In an embryo of 16 mm. the oesophagus has increased in length and breadth. The upper end is both larger and more irregular in outline. The epithelium contains three or four rows of nuclei and lies on a very distinct basement membrane. Here again, the basal layer of cells is the more columnar and its rounded nuclei lie in the upper ends of the cells, that is, away from the basement membrane. In its lower portion, the oesophagus is smaller and oval in cross section. Throughout its entire extent the oesophageal epithelium is surrounded by mesenchyma which is limited externally by a narrow ring of deeply staining myoblasts, elongated in form, and so placed as to form the circular layer of the muscuaris.
The next stage examined was an embryo of 19 mm. (series 819). In this only about the lower half of the oesophagus was available for study. The epithelial tube is now irregular in outline, and presents within its walls numerous small cavities or vacuoles. Some of these are minute, others have a diameter 0.051 mm., which is greater than the diameter of the lumen itself, making it difficult to determine from cross sections which is lumen and which vacuole. In some places the vacuoles open directly into the lumen, in other places they are separated from it by a partition of epithelium. fig. 1a is of a model of the oesophageal epithelium at this stage and shows its vacuolated structure. The portion of the oesophagus modelled was selected at a place just below the bifurcation of the trachea. In a second embryo of 19 mm. (series 829) similar vacuoles are found, but are less numerous than in the above embryo of the same length. They are also more numerous in the lower portion of the oesophagus than in the upper.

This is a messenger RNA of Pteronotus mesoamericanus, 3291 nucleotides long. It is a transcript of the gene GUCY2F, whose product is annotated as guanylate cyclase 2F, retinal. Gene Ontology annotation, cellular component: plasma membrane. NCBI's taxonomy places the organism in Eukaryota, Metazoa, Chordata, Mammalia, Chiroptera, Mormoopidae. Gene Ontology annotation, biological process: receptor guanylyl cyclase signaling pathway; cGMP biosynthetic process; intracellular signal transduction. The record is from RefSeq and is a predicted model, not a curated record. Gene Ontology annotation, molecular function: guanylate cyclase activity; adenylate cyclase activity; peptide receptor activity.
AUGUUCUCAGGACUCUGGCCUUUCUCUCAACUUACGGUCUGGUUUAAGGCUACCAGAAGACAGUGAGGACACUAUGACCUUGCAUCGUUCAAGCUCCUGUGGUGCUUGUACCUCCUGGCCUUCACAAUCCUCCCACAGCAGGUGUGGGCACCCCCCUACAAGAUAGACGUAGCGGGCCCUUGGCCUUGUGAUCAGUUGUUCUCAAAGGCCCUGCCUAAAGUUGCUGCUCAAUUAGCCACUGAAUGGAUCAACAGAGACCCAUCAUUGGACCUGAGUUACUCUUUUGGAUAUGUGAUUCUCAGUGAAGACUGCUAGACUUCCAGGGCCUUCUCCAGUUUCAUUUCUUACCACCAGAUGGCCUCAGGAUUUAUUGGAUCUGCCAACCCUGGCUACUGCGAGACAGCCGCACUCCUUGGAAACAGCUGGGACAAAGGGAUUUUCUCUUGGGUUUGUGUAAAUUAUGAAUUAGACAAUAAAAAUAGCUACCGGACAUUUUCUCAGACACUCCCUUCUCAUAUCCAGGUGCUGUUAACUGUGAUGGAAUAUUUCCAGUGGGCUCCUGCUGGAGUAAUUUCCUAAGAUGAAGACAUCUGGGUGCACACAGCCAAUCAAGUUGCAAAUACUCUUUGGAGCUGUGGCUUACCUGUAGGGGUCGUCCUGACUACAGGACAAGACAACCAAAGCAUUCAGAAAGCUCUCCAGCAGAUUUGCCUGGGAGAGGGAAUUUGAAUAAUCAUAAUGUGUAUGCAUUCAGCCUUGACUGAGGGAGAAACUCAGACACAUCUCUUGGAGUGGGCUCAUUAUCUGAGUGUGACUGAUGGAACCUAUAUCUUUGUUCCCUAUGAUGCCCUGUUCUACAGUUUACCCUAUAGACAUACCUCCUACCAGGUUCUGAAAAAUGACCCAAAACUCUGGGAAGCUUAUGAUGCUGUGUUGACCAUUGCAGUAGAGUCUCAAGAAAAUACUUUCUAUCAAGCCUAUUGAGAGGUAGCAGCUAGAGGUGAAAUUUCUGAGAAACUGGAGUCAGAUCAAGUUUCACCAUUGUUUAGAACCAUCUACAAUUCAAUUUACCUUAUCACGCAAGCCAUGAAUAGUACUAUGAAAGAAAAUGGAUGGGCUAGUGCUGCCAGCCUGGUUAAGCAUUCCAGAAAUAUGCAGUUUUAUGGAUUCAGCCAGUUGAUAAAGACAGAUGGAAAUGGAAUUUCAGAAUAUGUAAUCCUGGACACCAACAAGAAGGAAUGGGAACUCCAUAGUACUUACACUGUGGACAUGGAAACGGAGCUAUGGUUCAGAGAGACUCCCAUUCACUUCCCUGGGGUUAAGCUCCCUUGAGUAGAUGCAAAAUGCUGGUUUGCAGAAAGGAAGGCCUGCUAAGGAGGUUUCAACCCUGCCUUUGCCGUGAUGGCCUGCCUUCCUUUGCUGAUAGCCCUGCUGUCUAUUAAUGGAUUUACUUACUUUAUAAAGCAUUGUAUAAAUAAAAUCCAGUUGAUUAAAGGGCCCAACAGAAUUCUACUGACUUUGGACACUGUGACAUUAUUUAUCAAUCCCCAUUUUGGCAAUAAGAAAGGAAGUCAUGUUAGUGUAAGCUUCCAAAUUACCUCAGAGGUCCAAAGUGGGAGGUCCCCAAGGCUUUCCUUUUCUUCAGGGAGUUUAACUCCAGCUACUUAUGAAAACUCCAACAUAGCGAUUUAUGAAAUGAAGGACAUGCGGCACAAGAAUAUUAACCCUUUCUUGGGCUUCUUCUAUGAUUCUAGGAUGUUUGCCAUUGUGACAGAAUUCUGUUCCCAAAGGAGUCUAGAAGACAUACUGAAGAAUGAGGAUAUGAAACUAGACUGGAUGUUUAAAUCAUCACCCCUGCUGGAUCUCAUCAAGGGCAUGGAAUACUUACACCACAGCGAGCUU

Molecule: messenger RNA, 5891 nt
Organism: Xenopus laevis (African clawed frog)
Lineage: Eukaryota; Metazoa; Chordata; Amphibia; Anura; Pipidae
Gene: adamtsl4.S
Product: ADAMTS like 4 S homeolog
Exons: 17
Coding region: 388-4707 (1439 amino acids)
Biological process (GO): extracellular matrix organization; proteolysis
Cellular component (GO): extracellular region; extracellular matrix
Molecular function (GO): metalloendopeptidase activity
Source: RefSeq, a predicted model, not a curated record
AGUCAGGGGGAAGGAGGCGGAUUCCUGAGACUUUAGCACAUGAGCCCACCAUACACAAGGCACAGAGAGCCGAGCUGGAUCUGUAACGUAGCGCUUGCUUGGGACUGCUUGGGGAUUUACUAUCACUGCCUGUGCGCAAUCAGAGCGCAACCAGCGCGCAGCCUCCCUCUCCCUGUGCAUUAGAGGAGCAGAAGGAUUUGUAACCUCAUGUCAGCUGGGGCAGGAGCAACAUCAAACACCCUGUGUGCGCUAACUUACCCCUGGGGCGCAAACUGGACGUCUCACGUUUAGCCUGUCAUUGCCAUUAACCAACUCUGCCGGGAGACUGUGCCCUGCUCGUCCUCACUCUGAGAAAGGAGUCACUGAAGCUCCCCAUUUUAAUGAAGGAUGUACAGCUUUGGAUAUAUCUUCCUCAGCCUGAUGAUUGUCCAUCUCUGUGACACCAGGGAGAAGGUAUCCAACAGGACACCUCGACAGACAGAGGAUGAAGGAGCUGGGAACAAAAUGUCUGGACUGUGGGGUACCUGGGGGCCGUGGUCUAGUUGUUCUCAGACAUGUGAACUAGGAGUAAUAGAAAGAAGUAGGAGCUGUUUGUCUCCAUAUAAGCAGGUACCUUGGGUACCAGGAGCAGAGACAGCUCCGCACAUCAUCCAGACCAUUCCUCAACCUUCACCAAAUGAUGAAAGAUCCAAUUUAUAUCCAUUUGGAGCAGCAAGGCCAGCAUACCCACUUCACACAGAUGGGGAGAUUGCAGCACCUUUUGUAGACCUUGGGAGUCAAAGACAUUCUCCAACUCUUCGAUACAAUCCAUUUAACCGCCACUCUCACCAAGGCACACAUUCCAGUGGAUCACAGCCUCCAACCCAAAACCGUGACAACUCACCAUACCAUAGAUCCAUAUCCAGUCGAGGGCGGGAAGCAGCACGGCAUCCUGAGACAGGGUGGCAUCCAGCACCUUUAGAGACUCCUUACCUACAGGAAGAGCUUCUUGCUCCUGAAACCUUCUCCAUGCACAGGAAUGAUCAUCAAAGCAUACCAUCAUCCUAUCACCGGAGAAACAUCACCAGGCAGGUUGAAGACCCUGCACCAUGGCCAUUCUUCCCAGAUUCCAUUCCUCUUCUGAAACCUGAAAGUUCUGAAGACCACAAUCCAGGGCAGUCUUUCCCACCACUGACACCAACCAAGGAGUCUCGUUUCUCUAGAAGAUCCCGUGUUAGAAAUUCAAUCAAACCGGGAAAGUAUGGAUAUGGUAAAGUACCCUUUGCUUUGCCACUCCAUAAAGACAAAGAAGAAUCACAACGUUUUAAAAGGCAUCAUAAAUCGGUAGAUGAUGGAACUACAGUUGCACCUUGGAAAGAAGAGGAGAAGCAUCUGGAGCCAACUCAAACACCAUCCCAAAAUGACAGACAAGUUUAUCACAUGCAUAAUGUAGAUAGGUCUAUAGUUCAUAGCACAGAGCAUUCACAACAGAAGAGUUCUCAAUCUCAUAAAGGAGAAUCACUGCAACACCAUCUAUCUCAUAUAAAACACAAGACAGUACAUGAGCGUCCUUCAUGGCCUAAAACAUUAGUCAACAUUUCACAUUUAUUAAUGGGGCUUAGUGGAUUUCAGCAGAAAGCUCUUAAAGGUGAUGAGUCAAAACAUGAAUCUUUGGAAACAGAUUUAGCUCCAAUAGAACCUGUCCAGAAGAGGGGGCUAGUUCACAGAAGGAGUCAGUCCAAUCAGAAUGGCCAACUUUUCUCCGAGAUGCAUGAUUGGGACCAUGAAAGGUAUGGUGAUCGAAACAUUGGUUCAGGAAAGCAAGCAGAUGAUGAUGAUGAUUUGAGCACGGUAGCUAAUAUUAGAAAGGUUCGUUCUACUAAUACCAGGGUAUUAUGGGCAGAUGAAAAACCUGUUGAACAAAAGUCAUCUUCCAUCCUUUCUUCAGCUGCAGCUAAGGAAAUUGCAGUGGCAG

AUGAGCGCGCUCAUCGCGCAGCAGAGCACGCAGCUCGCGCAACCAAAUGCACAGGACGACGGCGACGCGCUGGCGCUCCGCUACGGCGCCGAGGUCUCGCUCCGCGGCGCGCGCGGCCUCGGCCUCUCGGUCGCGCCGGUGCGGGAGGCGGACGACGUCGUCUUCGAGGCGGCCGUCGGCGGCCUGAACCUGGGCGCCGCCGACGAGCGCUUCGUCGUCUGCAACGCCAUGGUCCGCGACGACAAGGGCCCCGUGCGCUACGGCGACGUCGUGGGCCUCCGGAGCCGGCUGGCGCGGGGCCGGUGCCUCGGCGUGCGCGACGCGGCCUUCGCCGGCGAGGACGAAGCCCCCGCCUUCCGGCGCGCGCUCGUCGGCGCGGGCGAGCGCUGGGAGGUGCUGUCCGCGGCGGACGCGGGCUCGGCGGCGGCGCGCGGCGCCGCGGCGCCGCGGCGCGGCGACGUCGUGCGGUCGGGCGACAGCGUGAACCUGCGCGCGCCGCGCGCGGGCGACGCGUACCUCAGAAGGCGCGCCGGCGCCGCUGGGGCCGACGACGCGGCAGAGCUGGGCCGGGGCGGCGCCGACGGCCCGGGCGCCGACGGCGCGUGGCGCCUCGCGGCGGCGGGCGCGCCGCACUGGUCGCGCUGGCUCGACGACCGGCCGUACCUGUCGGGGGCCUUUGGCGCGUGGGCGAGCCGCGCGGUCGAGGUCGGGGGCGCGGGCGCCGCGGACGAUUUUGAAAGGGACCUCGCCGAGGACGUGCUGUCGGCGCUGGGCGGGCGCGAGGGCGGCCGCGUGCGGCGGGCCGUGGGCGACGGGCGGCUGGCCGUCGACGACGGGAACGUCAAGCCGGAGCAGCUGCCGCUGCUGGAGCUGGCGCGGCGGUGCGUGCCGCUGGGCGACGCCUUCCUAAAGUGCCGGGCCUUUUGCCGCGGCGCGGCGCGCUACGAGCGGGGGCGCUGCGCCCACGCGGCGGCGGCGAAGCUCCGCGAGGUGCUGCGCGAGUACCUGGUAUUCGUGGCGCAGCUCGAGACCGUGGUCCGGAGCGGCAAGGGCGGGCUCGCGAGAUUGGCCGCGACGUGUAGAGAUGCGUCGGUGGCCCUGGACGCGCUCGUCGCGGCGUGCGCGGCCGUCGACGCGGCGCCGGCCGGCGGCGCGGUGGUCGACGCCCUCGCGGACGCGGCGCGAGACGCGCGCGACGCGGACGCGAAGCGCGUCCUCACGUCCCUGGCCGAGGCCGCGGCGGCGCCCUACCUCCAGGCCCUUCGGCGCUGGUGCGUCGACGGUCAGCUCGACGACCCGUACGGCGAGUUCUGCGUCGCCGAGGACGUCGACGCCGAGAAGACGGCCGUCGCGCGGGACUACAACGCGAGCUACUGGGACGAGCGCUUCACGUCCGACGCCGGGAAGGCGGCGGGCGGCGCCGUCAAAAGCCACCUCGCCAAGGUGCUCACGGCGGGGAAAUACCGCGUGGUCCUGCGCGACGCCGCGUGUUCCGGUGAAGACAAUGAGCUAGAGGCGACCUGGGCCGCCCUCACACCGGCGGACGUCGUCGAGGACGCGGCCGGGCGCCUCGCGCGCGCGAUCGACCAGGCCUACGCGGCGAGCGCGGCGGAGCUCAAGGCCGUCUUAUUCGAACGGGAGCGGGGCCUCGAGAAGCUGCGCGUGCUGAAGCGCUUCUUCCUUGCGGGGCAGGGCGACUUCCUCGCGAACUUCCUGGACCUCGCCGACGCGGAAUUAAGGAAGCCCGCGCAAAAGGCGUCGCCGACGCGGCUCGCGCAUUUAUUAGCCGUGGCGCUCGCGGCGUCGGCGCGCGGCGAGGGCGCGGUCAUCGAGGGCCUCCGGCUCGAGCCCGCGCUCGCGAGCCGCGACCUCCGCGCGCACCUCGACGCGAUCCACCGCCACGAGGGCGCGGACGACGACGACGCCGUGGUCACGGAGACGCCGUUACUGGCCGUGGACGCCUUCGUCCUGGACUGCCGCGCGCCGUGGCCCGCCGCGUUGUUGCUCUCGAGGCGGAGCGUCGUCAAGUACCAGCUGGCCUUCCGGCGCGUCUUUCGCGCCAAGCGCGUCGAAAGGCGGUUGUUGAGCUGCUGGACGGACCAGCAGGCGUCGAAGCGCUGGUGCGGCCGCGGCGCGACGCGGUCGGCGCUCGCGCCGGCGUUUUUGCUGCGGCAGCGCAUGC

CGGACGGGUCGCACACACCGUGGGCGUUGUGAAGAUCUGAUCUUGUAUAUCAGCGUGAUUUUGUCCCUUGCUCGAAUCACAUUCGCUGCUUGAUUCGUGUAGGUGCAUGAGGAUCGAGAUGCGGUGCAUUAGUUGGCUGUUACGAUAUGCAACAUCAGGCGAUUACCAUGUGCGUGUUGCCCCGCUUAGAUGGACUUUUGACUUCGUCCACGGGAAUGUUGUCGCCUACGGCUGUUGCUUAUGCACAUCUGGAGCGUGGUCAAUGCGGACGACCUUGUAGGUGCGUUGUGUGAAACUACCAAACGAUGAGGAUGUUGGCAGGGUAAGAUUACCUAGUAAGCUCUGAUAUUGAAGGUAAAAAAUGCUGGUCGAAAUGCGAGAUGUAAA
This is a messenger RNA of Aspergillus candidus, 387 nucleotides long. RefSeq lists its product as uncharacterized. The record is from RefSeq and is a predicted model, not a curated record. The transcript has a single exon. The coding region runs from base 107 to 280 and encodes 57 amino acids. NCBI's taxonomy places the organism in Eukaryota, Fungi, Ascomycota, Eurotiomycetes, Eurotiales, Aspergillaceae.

At 22.8 mm. (series 871) the diameter of the oesophagus is nearly double that at 19 mm. The vacuoles are more numerous and,-as shown_in fig. lb, communicate with one another and with the main lumen to a greater extent. In the upper part of the figure the oesophagus appears to have a double lumen. This appearance is due to the fusion of a number of vacuoles. The vacuoles are about the same size as those found in the preceding embryo but the lumen has increased in diameter. Although vacuoles also occur in the dorsal and ventral walls of the oesophagus, they are less numerous there than in the lateral walls. The few vacuoles found in the dorsal and ventral walls do not show in the figures ; they are, however, of the same general character as thoseldescribed.
In other embryos of 22 mm., 22.8 mm. (series 737) and 23 mm. the vacuoles are found to be less numerous in the upper half of the oesophagus than in the lower half. At 29 mm. and 30 mm. they have become very few; at 32 mm. only slight traces of them are found; at 37 mm. they have entirely disappeared.’
Vacuoles of the nature described were noted by Schultz in 1897. Kreuter C05) believed that they cause a temporary occlusion of the oesophagus, but Forssner (’07) showed by means of models that the main lumen is not obliterated. Schridde (’08) failed to find an occlusion at any stage and denied the presence of vacuoles but described epithelial bridges which arise by epithelial proliferation in circumscribed places. From a study of these structures by means of wax reconstructions, the writer is able to confirm the results of Forssner inasmuch as the lumen is not entirely occluded and vacuoles are present.
The exact cause and significance of the vacuoles are difficult to determine. Similar vacuoles are found in the oesophagus of pig, rat and rabbit embryos. They have been reported by Forssner in the hedgehog, where in a certain stage they lead to a complete occlusion. Vacuoles similar to those of the oesophagus are found in the walls of the stomach and the duodenum of human embryos.